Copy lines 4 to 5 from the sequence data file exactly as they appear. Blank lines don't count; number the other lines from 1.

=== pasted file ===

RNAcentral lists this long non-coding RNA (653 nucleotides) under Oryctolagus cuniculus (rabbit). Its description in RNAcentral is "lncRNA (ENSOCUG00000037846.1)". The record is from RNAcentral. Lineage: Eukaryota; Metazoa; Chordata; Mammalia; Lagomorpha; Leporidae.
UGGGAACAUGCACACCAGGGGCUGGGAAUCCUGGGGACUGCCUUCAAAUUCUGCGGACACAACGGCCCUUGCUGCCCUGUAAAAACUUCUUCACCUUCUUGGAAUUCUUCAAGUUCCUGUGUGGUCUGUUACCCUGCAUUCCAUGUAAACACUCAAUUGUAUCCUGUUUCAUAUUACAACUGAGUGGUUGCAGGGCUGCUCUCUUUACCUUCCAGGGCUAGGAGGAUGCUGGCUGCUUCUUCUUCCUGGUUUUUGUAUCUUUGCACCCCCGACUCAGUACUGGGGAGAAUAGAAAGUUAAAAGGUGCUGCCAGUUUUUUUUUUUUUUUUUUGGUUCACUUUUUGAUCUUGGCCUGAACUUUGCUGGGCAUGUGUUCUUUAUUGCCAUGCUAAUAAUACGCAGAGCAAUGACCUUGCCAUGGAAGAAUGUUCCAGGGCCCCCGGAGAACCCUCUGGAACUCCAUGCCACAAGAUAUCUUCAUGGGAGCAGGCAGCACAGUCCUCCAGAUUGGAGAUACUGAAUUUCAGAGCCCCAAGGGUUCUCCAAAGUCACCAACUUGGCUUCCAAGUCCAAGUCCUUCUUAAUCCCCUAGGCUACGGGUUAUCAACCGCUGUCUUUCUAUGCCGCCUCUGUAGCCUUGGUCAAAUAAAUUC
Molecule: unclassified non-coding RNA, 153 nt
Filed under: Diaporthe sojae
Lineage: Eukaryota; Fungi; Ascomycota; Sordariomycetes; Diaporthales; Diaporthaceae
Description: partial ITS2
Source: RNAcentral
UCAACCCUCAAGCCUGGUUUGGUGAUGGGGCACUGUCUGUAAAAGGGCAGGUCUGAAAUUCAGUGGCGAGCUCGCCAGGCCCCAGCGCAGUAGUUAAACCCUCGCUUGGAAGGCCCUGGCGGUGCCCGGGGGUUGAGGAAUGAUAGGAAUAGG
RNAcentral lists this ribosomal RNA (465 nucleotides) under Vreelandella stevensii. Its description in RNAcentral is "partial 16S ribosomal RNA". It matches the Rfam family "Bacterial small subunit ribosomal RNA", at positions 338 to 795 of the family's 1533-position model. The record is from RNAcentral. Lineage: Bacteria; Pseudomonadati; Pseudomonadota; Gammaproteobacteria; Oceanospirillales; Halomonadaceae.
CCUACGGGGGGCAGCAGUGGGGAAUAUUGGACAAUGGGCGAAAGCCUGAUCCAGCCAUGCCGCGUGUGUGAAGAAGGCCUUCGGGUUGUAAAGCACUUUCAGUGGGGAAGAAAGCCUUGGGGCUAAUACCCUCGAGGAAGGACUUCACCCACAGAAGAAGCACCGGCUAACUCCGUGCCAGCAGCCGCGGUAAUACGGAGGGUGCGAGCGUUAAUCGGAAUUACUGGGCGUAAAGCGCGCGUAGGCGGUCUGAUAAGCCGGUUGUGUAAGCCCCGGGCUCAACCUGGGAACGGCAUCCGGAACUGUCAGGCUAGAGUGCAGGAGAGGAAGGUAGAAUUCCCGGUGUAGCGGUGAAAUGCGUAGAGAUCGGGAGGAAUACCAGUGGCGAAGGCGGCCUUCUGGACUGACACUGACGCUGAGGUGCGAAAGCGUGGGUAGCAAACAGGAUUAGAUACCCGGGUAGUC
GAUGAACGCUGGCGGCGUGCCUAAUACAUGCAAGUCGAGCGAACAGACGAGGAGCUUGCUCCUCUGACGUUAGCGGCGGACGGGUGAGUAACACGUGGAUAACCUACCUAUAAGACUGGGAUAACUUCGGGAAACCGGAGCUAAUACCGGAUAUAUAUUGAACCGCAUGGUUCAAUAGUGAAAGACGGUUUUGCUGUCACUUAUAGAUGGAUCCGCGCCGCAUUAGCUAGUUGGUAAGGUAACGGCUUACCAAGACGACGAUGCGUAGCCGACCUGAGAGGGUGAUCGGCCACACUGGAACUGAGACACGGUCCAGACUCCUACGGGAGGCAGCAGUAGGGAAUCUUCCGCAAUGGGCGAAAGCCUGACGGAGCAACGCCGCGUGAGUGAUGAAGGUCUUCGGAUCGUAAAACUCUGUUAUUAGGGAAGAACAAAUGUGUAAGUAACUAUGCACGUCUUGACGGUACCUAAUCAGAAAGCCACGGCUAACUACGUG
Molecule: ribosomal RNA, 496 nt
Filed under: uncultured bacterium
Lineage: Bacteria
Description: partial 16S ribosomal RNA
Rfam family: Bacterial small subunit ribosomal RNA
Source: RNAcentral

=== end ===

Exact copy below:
Filed under: Diaporthe sojae
Lineage: Eukaryota; Fungi; Ascomycota; Sordariomycetes; Diaporthales; Diaporthaceae